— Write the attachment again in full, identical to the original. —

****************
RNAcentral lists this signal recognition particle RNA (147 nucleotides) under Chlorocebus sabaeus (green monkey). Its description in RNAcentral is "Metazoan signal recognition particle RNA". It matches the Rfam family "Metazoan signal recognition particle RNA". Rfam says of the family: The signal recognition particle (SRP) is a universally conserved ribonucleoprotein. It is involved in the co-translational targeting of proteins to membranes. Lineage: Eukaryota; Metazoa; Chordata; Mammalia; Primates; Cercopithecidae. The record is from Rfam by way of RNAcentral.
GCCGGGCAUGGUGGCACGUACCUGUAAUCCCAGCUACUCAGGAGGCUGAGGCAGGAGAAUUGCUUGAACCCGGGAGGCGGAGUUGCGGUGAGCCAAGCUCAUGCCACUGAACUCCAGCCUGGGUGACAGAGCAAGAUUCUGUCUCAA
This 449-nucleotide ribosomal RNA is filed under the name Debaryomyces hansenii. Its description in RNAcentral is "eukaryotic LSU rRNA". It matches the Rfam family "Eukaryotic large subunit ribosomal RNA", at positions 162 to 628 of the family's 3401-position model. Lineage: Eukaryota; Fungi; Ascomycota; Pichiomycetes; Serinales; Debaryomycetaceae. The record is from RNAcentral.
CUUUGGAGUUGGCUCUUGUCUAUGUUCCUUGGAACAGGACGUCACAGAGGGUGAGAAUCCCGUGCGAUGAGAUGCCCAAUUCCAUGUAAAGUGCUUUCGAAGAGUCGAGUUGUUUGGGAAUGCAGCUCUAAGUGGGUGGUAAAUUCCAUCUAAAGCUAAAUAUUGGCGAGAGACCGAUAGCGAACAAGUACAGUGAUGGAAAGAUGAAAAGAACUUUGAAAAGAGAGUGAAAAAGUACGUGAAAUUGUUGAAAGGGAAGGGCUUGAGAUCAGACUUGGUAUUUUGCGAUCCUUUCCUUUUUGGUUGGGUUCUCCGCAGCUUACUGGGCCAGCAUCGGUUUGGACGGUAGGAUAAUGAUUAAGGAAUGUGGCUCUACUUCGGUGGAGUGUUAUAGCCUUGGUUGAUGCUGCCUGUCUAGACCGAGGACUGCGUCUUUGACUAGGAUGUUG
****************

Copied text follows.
RNAcentral lists this signal recognition particle RNA (147 nucleotides) under Chlorocebus sabaeus (green monkey). Its description in RNAcentral is "Metazoan signal recognition particle RNA". It matches the Rfam family "Metazoan signal recognition particle RNA". Rfam says of the family: The signal recognition particle (SRP) is a universally conserved ribonucleoprotein. It is involved in the co-translational targeting of proteins to membranes. Lineage: Eukaryota; Metazoa; Chordata; Mammalia; Primates; Cercopithecidae. The record is from Rfam by way of RNAcentral.
GCCGGGCAUGGUGGCACGUACCUGUAAUCCCAGCUACUCAGGAGGCUGAGGCAGGAGAAUUGCUUGAACCCGGGAGGCGGAGUUGCGGUGAGCCAAGCUCAUGCCACUGAACUCCAGCCUGGGUGACAGAGCAAGAUUCUGUCUCAA
This 449-nucleotide ribosomal RNA is filed under the name Debaryomyces hansenii. Its description in RNAcentral is "eukaryotic LSU rRNA". It matches the Rfam family "Eukaryotic large subunit ribosomal RNA", at positions 162 to 628 of the family's 3401-position model. Lineage: Eukaryota; Fungi; Ascomycota; Pichiomycetes; Serinales; Debaryomycetaceae. The record is from RNAcentral.
CUUUGGAGUUGGCUCUUGUCUAUGUUCCUUGGAACAGGACGUCACAGAGGGUGAGAAUCCCGUGCGAUGAGAUGCCCAAUUCCAUGUAAAGUGCUUUCGAAGAGUCGAGUUGUUUGGGAAUGCAGCUCUAAGUGGGUGGUAAAUUCCAUCUAAAGCUAAAUAUUGGCGAGAGACCGAUAGCGAACAAGUACAGUGAUGGAAAGAUGAAAAGAACUUUGAAAAGAGAGUGAAAAAGUACGUGAAAUUGUUGAAAGGGAAGGGCUUGAGAUCAGACUUGGUAUUUUGCGAUCCUUUCCUUUUUGGUUGGGUUCUCCGCAGCUUACUGGGCCAGCAUCGGUUUGGACGGUAGGAUAAUGAUUAAGGAAUGUGGCUCUACUUCGGUGGAGUGUUAUAGCCUUGGUUGAUGCUGCCUGUCUAGACCGAGGACUGCGUCUUUGACUAGGAUGUUG